Clinical examination revealed rotated clinical crown with caries related to tooth #35 [Figure 1]. Pulp sensibility cold test of the tooth showed no response, with the absence of pain on percussion and/or visible pocket depth. During the first visit, two preoperative periapical radiographs were taken. It showed a long and deep pulp chamber and the presence of three rotated and curved roots with broken apical lamina dura [Figure 2] and [Figure 3]. Eventually, the tooth was diagnosed with necrotic pulp and asymptomatic apical periodontitis.
Figure 1: Clinical preparation of the mandibular second premolar with taurodontism showing: (a) Clinical presentation of the cavitated tooth #35; (b) Access cavity preparation; (c) Preparation of the pulp chamber and negotiation of the canal orifices

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Figure 2: Preoperative radiograph showing long and deep pulp chamber and the presence of three rotated and curved roots with broken apical lamina dura

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Figure 3: Preoperative radiograph showing the severe degree of curvature (35°) of the mesial root

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After a thorough evaluation of the clinical scenario, a nonsurgical endodontic treatment was planned. The patient was given a mandibular block anesthesia with 2% lidocaine with 1:100,000 epinephrine. The tooth was isolated with rubber dam and the access cavity for the pulp chamber was made. Two orifices were easily detected while the third one was found by the aid of surgical microscope (EXTARO 300 from ZEISS). Working length was determined with electronic apex locater (Root ZX II, J. Morita) and an additional radiograph with K-file confirming the root canal lengths [Figure 4]a.
Figure 4: Radiographic evaluation of the instrumentation and obturation of #35 showing: (a) Radiograph with K-file confirming the root canal lengths; (b) Obturation of all three canals with apical seal; (c) Postoperative radiograph taken after RCT and final coronal seal. RCT: Randomized controlled trial

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Cleaning and shaping of the canal was done through ProTaper Gold SX, S1, S2, F1, F2, and F3 (Dentsply Sirona, SA, Engine Rotary Files, MP-A0410221G0103). In addition, 5.25% sodium hypochlorite and ethylenediaminetetraacetic acid (EDTA) 17% solutions were used to irrigate the canals. During the second visit, canals were obturated with BioCeram Sealer (Cerafill RCS, Saudi Arabia,Prevest DenPro 40037) and BioCeram Gutta-Percha points (EndoSequence BC Points, Brasseler, USA), using hydraulic bonded obturation technique [Figure 4]b and [Figure 4]c. The tooth immediately received final crown and remained asymptomatic with no periapical lesion during the 3 months of follow-up period [Figure 5].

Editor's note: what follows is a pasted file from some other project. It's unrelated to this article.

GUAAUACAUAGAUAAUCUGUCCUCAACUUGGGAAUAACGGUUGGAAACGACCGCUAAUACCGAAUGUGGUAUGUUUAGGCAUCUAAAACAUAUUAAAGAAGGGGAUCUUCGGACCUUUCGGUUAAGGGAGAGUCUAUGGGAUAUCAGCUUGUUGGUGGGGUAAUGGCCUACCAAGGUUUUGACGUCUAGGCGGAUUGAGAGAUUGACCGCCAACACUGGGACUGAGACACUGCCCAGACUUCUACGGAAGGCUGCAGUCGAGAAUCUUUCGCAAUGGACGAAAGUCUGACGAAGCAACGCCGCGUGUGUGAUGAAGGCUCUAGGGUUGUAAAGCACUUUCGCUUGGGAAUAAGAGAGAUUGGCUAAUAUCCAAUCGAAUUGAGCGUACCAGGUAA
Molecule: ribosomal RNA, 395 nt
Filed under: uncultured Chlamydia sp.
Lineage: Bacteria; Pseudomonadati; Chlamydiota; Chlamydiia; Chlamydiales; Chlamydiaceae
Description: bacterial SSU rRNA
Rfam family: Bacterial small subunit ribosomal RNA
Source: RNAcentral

Figure 5: Three-month follow-up radiograph showing the absence of any periapical pathology and intact crown

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  Literature Search Strategy Top

A literature search was organized from July 2021 to December 2021 to review the past publications about management of mandibular second premolar with taurodontism or anomalies in the root canal system with focus on cases reported in Medline, Scopus, and Google Scholar databases. The search strategy involved a combination of search keywords including “MANDIBULAR” “SECOND” “PREMOLAR,” “TAURODONTISM,” and “ROOT CANAL,” “ANOMALIES” based on which 388 articles were identified from the three databases (Medline – 106, Scopus – 88, and Google Scholar – 184). Narrowing down to articles published in English language only, abstracts were further reviewed. Finally based on the reporting criteria, management strategy of the mandibular second premolar with root anomalies, and the presence of taurodontism, 7 studies were selected for review. Six of the selected articles were single case reports whereas one of the studies had reported two cases [Table 1].